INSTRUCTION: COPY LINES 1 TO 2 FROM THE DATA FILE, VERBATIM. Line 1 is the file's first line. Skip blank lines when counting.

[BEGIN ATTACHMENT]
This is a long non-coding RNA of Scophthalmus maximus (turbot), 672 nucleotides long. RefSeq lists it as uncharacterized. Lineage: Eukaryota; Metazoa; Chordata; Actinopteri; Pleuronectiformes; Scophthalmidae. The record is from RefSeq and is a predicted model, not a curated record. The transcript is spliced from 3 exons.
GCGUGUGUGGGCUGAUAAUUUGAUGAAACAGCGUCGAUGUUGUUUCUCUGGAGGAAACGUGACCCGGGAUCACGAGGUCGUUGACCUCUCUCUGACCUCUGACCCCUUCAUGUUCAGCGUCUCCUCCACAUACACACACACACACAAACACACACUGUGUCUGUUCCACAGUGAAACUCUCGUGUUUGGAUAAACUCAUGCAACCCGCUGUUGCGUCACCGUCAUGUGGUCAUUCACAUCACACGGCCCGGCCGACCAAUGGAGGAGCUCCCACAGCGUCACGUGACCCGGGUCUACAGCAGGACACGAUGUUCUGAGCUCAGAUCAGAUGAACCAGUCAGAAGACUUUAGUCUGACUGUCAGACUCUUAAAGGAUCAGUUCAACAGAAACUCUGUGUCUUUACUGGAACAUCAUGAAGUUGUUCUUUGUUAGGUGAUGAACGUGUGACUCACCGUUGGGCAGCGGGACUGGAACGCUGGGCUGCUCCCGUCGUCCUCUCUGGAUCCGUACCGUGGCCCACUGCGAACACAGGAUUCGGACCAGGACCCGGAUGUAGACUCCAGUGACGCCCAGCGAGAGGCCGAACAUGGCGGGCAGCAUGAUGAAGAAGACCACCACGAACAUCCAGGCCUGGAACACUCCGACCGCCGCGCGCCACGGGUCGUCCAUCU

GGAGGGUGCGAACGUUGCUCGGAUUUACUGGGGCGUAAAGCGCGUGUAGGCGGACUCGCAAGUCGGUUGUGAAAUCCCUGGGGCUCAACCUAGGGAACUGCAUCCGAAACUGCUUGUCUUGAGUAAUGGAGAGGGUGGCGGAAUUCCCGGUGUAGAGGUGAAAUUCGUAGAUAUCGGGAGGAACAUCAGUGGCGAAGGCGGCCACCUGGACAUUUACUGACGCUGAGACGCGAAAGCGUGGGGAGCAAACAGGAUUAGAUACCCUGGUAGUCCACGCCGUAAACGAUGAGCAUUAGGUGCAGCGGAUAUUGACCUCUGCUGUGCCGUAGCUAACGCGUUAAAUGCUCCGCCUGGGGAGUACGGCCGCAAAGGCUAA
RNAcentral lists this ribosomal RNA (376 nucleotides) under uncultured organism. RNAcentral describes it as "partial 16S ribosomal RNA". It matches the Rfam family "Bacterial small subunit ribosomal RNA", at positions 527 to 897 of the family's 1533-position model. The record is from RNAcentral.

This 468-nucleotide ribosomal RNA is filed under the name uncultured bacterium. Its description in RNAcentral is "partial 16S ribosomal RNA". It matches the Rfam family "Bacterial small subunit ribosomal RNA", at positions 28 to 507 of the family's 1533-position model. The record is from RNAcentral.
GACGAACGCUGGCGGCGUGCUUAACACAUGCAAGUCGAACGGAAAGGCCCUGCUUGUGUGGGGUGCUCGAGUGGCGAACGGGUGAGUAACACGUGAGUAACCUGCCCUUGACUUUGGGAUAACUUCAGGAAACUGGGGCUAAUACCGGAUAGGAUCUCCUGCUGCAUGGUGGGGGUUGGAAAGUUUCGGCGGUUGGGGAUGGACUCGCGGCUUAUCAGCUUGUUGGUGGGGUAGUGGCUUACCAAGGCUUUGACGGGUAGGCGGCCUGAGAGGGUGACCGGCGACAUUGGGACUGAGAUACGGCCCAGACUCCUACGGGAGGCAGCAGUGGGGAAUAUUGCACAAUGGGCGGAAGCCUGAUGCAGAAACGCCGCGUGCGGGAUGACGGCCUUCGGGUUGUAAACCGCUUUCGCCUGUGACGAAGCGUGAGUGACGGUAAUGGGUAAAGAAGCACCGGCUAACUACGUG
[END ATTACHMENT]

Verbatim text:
This is a long non-coding RNA of Scophthalmus maximus (turbot), 672 nucleotides long. RefSeq lists it as uncharacterized. Lineage: Eukaryota; Metazoa; Chordata; Actinopteri; Pleuronectiformes; Scophthalmidae. The record is from RefSeq and is a predicted model, not a curated record. The transcript is spliced from 3 exons.
GCGUGUGUGGGCUGAUAAUUUGAUGAAACAGCGUCGAUGUUGUUUCUCUGGAGGAAACGUGACCCGGGAUCACGAGGUCGUUGACCUCUCUCUGACCUCUGACCCCUUCAUGUUCAGCGUCUCCUCCACAUACACACACACACACAAACACACACUGUGUCUGUUCCACAGUGAAACUCUCGUGUUUGGAUAAACUCAUGCAACCCGCUGUUGCGUCACCGUCAUGUGGUCAUUCACAUCACACGGCCCGGCCGACCAAUGGAGGAGCUCCCACAGCGUCACGUGACCCGGGUCUACAGCAGGACACGAUGUUCUGAGCUCAGAUCAGAUGAACCAGUCAGAAGACUUUAGUCUGACUGUCAGACUCUUAAAGGAUCAGUUCAACAGAAACUCUGUGUCUUUACUGGAACAUCAUGAAGUUGUUCUUUGUUAGGUGAUGAACGUGUGACUCACCGUUGGGCAGCGGGACUGGAACGCUGGGCUGCUCCCGUCGUCCUCUCUGGAUCCGUACCGUGGCCCACUGCGAACACAGGAUUCGGACCAGGACCCGGAUGUAGACUCCAGUGACGCCCAGCGAGAGGCCGAACAUGGCGGGCAGCAUGAUGAAGAAGACCACCACGAACAUCCAGGCCUGGAACACUCCGACCGCCGCGCGCCACGGGUCGUCCAUCU